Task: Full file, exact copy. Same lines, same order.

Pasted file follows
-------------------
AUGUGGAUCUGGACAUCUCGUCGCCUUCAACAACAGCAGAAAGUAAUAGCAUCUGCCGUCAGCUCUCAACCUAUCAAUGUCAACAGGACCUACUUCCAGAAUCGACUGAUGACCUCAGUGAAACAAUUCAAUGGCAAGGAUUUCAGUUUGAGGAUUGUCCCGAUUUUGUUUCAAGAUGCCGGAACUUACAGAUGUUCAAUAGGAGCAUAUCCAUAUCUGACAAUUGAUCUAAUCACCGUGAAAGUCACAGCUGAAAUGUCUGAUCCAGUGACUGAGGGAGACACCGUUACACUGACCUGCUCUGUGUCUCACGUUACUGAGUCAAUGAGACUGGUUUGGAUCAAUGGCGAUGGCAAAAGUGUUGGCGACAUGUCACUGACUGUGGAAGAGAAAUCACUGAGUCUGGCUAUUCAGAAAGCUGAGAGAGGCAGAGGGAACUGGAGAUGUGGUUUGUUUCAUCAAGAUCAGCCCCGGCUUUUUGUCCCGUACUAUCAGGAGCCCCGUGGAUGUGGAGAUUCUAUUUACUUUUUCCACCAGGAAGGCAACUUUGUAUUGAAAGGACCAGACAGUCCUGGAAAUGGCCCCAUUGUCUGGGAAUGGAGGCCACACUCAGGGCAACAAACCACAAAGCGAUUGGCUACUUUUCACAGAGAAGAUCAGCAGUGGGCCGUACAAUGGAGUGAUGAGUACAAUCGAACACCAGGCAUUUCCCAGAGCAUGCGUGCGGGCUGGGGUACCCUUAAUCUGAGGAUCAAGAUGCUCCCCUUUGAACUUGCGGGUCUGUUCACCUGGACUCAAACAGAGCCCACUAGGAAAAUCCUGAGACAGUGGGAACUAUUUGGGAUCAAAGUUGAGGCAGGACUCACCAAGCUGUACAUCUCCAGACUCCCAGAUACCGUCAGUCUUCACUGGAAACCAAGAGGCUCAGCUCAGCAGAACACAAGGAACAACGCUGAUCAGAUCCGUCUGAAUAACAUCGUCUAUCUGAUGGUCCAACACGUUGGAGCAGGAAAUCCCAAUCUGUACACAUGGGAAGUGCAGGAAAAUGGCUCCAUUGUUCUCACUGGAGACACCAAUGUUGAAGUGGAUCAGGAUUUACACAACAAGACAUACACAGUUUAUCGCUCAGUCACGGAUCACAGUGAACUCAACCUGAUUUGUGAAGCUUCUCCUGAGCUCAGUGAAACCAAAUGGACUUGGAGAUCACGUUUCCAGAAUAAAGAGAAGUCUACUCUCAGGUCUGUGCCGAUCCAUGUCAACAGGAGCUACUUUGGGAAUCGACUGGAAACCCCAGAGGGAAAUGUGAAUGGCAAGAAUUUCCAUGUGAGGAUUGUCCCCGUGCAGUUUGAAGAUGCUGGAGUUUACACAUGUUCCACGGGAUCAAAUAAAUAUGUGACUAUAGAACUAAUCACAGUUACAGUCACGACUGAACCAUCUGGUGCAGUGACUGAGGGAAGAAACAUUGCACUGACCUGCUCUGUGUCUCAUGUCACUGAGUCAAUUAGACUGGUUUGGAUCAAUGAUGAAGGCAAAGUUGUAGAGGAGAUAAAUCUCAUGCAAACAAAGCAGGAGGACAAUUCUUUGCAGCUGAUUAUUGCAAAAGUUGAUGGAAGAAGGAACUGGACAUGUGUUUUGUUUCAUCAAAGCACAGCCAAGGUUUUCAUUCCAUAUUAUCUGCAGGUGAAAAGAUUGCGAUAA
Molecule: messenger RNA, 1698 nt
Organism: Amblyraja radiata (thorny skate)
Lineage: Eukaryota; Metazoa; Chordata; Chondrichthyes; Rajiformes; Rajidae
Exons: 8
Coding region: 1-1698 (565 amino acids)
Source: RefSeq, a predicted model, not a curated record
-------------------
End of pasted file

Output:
AUGUGGAUCUGGACAUCUCGUCGCCUUCAACAACAGCAGAAAGUAAUAGCAUCUGCCGUCAGCUCUCAACCUAUCAAUGUCAACAGGACCUACUUCCAGAAUCGACUGAUGACCUCAGUGAAACAAUUCAAUGGCAAGGAUUUCAGUUUGAGGAUUGUCCCGAUUUUGUUUCAAGAUGCCGGAACUUACAGAUGUUCAAUAGGAGCAUAUCCAUAUCUGACAAUUGAUCUAAUCACCGUGAAAGUCACAGCUGAAAUGUCUGAUCCAGUGACUGAGGGAGACACCGUUACACUGACCUGCUCUGUGUCUCACGUUACUGAGUCAAUGAGACUGGUUUGGAUCAAUGGCGAUGGCAAAAGUGUUGGCGACAUGUCACUGACUGUGGAAGAGAAAUCACUGAGUCUGGCUAUUCAGAAAGCUGAGAGAGGCAGAGGGAACUGGAGAUGUGGUUUGUUUCAUCAAGAUCAGCCCCGGCUUUUUGUCCCGUACUAUCAGGAGCCCCGUGGAUGUGGAGAUUCUAUUUACUUUUUCCACCAGGAAGGCAACUUUGUAUUGAAAGGACCAGACAGUCCUGGAAAUGGCCCCAUUGUCUGGGAAUGGAGGCCACACUCAGGGCAACAAACCACAAAGCGAUUGGCUACUUUUCACAGAGAAGAUCAGCAGUGGGCCGUACAAUGGAGUGAUGAGUACAAUCGAACACCAGGCAUUUCCCAGAGCAUGCGUGCGGGCUGGGGUACCCUUAAUCUGAGGAUCAAGAUGCUCCCCUUUGAACUUGCGGGUCUGUUCACCUGGACUCAAACAGAGCCCACUAGGAAAAUCCUGAGACAGUGGGAACUAUUUGGGAUCAAAGUUGAGGCAGGACUCACCAAGCUGUACAUCUCCAGACUCCCAGAUACCGUCAGUCUUCACUGGAAACCAAGAGGCUCAGCUCAGCAGAACACAAGGAACAACGCUGAUCAGAUCCGUCUGAAUAACAUCGUCUAUCUGAUGGUCCAACACGUUGGAGCAGGAAAUCCCAAUCUGUACACAUGGGAAGUGCAGGAAAAUGGCUCCAUUGUUCUCACUGGAGACACCAAUGUUGAAGUGGAUCAGGAUUUACACAACAAGACAUACACAGUUUAUCGCUCAGUCACGGAUCACAGUGAACUCAACCUGAUUUGUGAAGCUUCUCCUGAGCUCAGUGAAACCAAAUGGACUUGGAGAUCACGUUUCCAGAAUAAAGAGAAGUCUACUCUCAGGUCUGUGCCGAUCCAUGUCAACAGGAGCUACUUUGGGAAUCGACUGGAAACCCCAGAGGGAAAUGUGAAUGGCAAGAAUUUCCAUGUGAGGAUUGUCCCCGUGCAGUUUGAAGAUGCUGGAGUUUACACAUGUUCCACGGGAUCAAAUAAAUAUGUGACUAUAGAACUAAUCACAGUUACAGUCACGACUGAACCAUCUGGUGCAGUGACUGAGGGAAGAAACAUUGCACUGACCUGCUCUGUGUCUCAUGUCACUGAGUCAAUUAGACUGGUUUGGAUCAAUGAUGAAGGCAAAGUUGUAGAGGAGAUAAAUCUCAUGCAAACAAAGCAGGAGGACAAUUCUUUGCAGCUGAUUAUUGCAAAAGUUGAUGGAAGAAGGAACUGGACAUGUGUUUUGUUUCAUCAAAGCACAGCCAAGGUUUUCAUUCCAUAUUAUCUGCAGGUGAAAAGAUUGCGAUAA
Molecule: messenger RNA, 1698 nt
Organism: Amblyraja radiata (thorny skate)
Lineage: Eukaryota; Metazoa; Chordata; Chondrichthyes; Rajiformes; Rajidae
Exons: 8
Coding region: 1-1698 (565 amino acids)
Source: RefSeq, a predicted model, not a curated record